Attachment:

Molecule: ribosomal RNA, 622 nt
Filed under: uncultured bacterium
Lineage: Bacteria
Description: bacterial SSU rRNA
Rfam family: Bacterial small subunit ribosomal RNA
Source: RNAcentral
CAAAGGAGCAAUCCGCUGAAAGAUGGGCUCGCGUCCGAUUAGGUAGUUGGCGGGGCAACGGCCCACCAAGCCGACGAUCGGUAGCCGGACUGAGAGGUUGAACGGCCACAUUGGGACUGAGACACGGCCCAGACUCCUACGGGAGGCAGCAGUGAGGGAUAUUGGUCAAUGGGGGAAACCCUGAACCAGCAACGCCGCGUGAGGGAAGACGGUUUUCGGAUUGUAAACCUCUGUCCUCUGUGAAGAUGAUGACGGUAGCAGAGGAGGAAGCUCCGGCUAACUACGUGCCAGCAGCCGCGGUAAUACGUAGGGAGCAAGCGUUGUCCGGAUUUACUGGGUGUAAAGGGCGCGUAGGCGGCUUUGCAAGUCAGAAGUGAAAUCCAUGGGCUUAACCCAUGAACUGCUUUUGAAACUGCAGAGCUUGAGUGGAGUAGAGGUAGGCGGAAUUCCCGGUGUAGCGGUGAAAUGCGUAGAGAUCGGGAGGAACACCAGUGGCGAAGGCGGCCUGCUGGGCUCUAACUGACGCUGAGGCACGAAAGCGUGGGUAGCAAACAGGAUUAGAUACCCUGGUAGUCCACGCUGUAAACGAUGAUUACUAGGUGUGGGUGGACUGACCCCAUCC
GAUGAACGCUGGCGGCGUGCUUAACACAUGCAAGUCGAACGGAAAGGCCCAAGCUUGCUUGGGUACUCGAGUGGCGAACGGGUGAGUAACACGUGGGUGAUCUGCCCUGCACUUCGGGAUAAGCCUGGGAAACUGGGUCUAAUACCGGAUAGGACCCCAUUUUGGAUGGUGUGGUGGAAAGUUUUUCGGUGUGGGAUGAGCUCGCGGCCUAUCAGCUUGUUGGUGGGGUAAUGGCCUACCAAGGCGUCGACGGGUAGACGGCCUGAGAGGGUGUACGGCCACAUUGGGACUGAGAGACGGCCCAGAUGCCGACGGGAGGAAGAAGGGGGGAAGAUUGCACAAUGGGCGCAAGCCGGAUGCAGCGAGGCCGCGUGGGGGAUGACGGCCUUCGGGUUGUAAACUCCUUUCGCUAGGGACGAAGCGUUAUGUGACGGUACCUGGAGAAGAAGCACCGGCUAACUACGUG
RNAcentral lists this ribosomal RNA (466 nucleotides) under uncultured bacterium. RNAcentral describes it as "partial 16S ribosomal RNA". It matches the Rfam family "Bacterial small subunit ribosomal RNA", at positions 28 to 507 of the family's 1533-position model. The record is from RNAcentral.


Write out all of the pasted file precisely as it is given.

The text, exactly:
Molecule: ribosomal RNA, 622 nt
Filed under: uncultured bacterium
Lineage: Bacteria
Description: bacterial SSU rRNA
Rfam family: Bacterial small subunit ribosomal RNA
Source: RNAcentral
CAAAGGAGCAAUCCGCUGAAAGAUGGGCUCGCGUCCGAUUAGGUAGUUGGCGGGGCAACGGCCCACCAAGCCGACGAUCGGUAGCCGGACUGAGAGGUUGAACGGCCACAUUGGGACUGAGACACGGCCCAGACUCCUACGGGAGGCAGCAGUGAGGGAUAUUGGUCAAUGGGGGAAACCCUGAACCAGCAACGCCGCGUGAGGGAAGACGGUUUUCGGAUUGUAAACCUCUGUCCUCUGUGAAGAUGAUGACGGUAGCAGAGGAGGAAGCUCCGGCUAACUACGUGCCAGCAGCCGCGGUAAUACGUAGGGAGCAAGCGUUGUCCGGAUUUACUGGGUGUAAAGGGCGCGUAGGCGGCUUUGCAAGUCAGAAGUGAAAUCCAUGGGCUUAACCCAUGAACUGCUUUUGAAACUGCAGAGCUUGAGUGGAGUAGAGGUAGGCGGAAUUCCCGGUGUAGCGGUGAAAUGCGUAGAGAUCGGGAGGAACACCAGUGGCGAAGGCGGCCUGCUGGGCUCUAACUGACGCUGAGGCACGAAAGCGUGGGUAGCAAACAGGAUUAGAUACCCUGGUAGUCCACGCUGUAAACGAUGAUUACUAGGUGUGGGUGGACUGACCCCAUCC
GAUGAACGCUGGCGGCGUGCUUAACACAUGCAAGUCGAACGGAAAGGCCCAAGCUUGCUUGGGUACUCGAGUGGCGAACGGGUGAGUAACACGUGGGUGAUCUGCCCUGCACUUCGGGAUAAGCCUGGGAAACUGGGUCUAAUACCGGAUAGGACCCCAUUUUGGAUGGUGUGGUGGAAAGUUUUUCGGUGUGGGAUGAGCUCGCGGCCUAUCAGCUUGUUGGUGGGGUAAUGGCCUACCAAGGCGUCGACGGGUAGACGGCCUGAGAGGGUGUACGGCCACAUUGGGACUGAGAGACGGCCCAGAUGCCGACGGGAGGAAGAAGGGGGGAAGAUUGCACAAUGGGCGCAAGCCGGAUGCAGCGAGGCCGCGUGGGGGAUGACGGCCUUCGGGUUGUAAACUCCUUUCGCUAGGGACGAAGCGUUAUGUGACGGUACCUGGAGAAGAAGCACCGGCUAACUACGUG
RNAcentral lists this ribosomal RNA (466 nucleotides) under uncultured bacterium. RNAcentral describes it as "partial 16S ribosomal RNA". It matches the Rfam family "Bacterial small subunit ribosomal RNA", at positions 28 to 507 of the family's 1533-position model. The record is from RNAcentral.